A pair of brilliantined males gaze at a young coquette. The first man has a Clark Gable moustache and a quizzically arched eyebrow. The second, older, jowlier, rather Victorian in his wing collar, looks directly into the eyes of the marcel-waved Mae West figure, whose pudgy arms are clasped demurely across her naked breasts. But there is no danger of “wandering hands” from the pair of buttoned-up voyeurs, not least because these men have no hands, nor arms to keep them on. None of the three, come to mention it, have bodies either – below the thorax they are mounted on elegant Classical plinths, like a set of priceless vases. This strange vignette – in the window of a Parisian perruquier – was captured by John Deakin in the 1950s when he, following the methods of his forebear Eugène Atget, would rise at the ungodly hour of five every morning to take photographs, regardless of the quality of light or the weather.

Deakin, however, did not see himself as a photographer. It was just a side-project; his great love was painting. He did himself no favours, however, by the company he kept – Francis Bacon, Lucian Freud, Frank Auerbach and their circle. They put his small talent into dark shadow. Deakin’s reputation is instead founded on his uncompromising photographs of these friends (many of them no oil paintings), not his dabblings with the brush. “He combined the instant horror of the passport photo with a shock value all his own,” wrote Daniel Farson, the Boswell of that booze-soaked Soho scene. Farson, of course, appears in this book, his blond mop and hefty frame reminiscent of a 1950s Boris Johnson; also present are the louche brothers Bruce and Jeffrey Bernard, poet Louis MacNeice, Bacon’s model George Dyer and Muriel Belcher, foul-mouthed imperatrix of the absinthe-green Colony Room.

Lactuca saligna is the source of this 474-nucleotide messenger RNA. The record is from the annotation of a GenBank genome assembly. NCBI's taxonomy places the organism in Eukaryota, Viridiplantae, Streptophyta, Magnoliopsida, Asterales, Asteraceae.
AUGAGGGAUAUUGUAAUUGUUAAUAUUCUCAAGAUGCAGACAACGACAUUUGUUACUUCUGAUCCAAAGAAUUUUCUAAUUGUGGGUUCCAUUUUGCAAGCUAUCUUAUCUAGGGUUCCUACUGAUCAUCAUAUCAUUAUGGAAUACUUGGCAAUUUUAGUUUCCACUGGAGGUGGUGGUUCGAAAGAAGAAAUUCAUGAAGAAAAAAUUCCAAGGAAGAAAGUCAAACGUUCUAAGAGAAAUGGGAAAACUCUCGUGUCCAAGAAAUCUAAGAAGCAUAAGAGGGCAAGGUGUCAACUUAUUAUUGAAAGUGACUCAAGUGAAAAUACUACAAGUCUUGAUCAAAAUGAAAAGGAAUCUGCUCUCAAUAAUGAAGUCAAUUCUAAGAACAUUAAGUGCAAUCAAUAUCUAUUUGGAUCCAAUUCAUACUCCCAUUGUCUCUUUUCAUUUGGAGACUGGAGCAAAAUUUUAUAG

But it is not Robin Muir’s mission with this book simply to serve up yet another round of the Soho portraits. It was in Paris, after all, that Deakin picked up a camera – it had been left in his apartment after a party – and took his first pictures. The shots taken in Paris and Rome occupy more than two-thirds of the book. And, like the London pictures, they are remarkable for their lack of sentimentality. Yes, there are nuns, priests and decaying monuments, but set alongside graffiti, Baconesque sides of meat, bandy-legged walkers and surreally macabre junk-shop windows.

The book closes with Deakin’s pointedly unromantic study of the Victor Emmanuel monument in Rome, a great wedding cake obscured by a spider’s web of tram cables and shrouded in scooter-smog. For too long, much of Deakin’s work has been obscured by a similar fug of cigarette smoke and alcohol fumes. This book succeeds in clearing the air.


First published in World of Interiors issue 241. Reproduced with permission.

A Maverick Eye: The Street Photography of John Deakin

by Robin Muir  (Thames & Hudson)

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